Antrim and Newtownabbey Council’s Operations Committee was informed a funding application has been successful. It heard the Department had expressed a particular interest in applications for sensory gardens and accessible equipment for play parks, plus projects that would “positively impact sustainability and address climate change”.
In 2020/21, the council secured £120,000 funding from the programme which enabled the development of a £30k sensory garden at Hazelbank Park in Newtownabbey as well as accessibility trails at Valley Park and Threemilewater Park in Newtownabbey.
Last year, the sum of £27k assisted the creation of a sensory garden at Antrim Castle Gardens which was officially opened in September 2022 to provide a “therapeutic and calming outdoor sanctuary” for children and adults with autism, dementia and other sensory needs.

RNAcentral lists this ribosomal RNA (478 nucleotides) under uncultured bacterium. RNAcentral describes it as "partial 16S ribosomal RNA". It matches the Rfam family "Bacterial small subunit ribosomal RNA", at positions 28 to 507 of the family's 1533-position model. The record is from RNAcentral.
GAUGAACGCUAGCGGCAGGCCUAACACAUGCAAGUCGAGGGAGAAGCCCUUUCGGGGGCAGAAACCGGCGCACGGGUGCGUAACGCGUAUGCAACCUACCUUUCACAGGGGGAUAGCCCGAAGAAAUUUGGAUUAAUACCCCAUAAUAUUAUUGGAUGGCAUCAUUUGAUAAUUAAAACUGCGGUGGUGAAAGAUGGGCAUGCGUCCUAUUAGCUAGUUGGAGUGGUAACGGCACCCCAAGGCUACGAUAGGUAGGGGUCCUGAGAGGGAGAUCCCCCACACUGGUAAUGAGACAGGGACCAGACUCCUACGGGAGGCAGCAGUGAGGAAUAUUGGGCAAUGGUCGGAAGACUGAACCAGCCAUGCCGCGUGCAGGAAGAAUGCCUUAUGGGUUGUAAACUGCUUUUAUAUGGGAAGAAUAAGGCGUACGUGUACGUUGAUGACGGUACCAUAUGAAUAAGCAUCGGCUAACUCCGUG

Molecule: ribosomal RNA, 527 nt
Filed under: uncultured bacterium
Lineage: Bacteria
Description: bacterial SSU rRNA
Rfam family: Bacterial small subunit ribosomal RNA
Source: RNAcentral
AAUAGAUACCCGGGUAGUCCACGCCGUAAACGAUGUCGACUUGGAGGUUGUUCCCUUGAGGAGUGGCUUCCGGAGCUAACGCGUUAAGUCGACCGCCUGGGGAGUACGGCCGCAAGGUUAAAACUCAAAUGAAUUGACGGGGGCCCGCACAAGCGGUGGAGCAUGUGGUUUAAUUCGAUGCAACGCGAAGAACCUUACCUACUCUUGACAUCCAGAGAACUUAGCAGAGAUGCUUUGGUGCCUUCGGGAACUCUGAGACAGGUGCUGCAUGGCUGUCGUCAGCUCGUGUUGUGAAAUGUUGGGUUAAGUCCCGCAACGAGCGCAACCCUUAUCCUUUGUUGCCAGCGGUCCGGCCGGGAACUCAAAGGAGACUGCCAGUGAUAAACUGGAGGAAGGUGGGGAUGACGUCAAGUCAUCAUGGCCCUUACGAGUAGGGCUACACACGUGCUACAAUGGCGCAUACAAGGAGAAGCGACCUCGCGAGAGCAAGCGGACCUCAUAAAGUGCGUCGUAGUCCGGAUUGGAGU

Councillors were also advised at the meeting an audit of the borough’s 35 play parks is to be carried out. They were told this would involve each piece of equipment and fencing.
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The play parks were last surveyed in 2016 and ranked in terms of condition and value of works required to improve facilities. Since then, the council has opened a new play-park at Antrim Loughshore, with a further new development scheduled for completion at Belfast City Playing Fields, Mallusk, in spring 2024.
Macedon Ulster Unionist Councillor Robert Foster asked to be informed of any developers’ contributions that have been put in place in the borough.
Michelle Weir, Local Democracy Reporter